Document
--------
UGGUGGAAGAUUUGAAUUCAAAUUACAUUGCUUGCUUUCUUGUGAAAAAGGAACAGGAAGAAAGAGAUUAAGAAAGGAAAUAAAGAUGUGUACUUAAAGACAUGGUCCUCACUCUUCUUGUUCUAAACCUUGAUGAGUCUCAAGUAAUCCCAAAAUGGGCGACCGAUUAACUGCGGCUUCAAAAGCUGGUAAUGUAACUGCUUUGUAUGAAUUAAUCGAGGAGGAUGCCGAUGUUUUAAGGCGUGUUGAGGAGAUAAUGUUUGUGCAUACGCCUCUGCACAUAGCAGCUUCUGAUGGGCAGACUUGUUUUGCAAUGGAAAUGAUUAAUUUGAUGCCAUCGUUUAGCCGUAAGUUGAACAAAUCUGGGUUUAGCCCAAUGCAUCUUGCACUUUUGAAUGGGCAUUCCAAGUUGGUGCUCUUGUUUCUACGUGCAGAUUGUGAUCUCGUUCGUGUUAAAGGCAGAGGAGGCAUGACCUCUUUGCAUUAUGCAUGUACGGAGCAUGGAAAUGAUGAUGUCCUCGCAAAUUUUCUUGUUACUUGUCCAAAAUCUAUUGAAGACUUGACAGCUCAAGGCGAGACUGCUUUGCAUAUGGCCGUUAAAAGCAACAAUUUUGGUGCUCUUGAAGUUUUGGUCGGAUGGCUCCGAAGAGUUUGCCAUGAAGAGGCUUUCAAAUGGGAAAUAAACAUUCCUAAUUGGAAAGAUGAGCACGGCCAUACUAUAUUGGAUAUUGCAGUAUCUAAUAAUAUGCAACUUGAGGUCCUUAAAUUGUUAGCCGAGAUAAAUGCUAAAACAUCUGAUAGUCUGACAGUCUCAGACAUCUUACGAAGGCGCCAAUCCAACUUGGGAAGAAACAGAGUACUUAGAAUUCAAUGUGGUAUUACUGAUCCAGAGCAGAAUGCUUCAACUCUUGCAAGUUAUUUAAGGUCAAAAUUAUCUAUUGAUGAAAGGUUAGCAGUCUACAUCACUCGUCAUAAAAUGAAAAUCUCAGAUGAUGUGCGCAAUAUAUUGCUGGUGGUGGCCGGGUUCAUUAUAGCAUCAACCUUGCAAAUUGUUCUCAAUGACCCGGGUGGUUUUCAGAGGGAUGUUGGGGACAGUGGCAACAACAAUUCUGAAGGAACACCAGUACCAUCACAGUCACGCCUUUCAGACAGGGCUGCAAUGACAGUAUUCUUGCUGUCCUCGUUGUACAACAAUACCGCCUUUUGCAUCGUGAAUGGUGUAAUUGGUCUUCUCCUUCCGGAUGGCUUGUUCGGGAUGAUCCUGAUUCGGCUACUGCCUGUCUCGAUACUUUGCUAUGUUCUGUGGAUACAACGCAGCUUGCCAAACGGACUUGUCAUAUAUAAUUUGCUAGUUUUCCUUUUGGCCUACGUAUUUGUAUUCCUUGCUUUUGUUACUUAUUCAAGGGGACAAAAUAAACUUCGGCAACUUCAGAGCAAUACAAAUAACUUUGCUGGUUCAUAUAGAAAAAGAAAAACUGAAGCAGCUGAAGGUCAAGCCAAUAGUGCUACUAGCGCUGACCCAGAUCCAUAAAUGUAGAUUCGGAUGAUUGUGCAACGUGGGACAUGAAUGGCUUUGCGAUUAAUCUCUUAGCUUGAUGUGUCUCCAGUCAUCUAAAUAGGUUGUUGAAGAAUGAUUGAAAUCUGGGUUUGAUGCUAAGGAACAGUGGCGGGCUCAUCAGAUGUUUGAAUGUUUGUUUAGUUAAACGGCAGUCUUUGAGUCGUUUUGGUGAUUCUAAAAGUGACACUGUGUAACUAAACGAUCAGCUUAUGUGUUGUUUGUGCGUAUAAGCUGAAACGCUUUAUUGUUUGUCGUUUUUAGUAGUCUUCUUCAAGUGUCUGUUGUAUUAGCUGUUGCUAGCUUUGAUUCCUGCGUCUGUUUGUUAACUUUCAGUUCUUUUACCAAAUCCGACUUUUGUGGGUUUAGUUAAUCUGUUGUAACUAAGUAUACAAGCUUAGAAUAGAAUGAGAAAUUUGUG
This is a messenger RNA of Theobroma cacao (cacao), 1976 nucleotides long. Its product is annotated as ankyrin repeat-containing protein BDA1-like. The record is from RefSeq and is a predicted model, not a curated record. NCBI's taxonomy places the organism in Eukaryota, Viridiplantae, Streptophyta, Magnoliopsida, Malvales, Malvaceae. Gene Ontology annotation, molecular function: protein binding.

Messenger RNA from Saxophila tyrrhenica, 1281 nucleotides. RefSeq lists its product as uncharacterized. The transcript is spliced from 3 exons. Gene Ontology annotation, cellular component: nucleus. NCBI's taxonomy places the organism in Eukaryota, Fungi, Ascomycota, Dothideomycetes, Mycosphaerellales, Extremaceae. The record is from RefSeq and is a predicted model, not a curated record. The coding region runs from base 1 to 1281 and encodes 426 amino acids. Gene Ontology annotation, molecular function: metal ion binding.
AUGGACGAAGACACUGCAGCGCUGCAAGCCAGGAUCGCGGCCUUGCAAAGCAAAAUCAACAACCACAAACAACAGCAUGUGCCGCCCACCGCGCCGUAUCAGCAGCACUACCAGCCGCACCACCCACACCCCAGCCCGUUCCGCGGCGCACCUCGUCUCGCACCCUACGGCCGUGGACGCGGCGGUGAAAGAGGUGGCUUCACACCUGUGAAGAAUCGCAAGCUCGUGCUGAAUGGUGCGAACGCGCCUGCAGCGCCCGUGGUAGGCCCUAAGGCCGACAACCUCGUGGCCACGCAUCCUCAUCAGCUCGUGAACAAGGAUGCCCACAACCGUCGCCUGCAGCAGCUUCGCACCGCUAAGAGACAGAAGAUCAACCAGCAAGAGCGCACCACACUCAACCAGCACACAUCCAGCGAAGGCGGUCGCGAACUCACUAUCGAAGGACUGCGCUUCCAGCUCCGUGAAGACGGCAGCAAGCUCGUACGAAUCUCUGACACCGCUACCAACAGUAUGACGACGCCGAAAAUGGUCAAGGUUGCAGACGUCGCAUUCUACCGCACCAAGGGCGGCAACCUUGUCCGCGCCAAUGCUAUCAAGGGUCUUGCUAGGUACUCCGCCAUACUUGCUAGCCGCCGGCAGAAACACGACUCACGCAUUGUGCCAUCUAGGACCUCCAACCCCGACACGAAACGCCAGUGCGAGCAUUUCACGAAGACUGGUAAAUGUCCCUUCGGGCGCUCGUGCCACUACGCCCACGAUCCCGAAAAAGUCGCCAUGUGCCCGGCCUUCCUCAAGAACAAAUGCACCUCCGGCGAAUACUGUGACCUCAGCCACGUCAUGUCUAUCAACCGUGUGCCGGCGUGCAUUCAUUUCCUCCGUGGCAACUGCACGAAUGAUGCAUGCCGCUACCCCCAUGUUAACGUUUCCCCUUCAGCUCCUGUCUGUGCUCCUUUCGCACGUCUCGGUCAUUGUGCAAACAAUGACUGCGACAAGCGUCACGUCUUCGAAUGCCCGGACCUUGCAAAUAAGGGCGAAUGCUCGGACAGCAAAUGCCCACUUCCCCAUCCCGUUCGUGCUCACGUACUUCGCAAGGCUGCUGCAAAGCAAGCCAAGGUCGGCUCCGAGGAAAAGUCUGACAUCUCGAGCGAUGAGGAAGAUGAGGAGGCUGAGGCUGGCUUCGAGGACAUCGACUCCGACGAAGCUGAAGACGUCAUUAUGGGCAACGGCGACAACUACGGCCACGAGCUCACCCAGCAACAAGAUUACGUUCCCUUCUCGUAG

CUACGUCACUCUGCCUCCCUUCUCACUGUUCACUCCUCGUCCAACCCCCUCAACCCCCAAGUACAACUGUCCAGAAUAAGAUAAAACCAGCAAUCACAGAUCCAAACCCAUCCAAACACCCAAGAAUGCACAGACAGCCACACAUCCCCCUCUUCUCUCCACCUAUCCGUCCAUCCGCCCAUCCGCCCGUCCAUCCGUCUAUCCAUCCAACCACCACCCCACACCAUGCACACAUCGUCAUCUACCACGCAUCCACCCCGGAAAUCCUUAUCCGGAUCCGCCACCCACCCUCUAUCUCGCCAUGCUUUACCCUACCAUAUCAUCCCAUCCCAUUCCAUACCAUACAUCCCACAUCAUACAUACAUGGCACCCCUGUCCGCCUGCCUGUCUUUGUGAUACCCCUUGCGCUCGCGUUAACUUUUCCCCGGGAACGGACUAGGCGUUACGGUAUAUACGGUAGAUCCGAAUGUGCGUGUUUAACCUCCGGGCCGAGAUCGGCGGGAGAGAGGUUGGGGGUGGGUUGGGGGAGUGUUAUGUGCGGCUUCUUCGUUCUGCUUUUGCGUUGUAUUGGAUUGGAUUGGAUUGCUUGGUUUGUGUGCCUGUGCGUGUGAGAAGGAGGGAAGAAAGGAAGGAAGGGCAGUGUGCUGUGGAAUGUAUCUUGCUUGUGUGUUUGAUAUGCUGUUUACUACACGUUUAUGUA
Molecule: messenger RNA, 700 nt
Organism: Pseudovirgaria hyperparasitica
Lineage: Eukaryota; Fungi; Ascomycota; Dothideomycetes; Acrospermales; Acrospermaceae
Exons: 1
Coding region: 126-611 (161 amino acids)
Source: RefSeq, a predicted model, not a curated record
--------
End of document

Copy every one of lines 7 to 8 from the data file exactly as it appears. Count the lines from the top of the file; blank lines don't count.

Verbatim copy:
Organism: Pseudovirgaria hyperparasitica
Lineage: Eukaryota; Fungi; Ascomycota; Dothideomycetes; Acrospermales; Acrospermaceae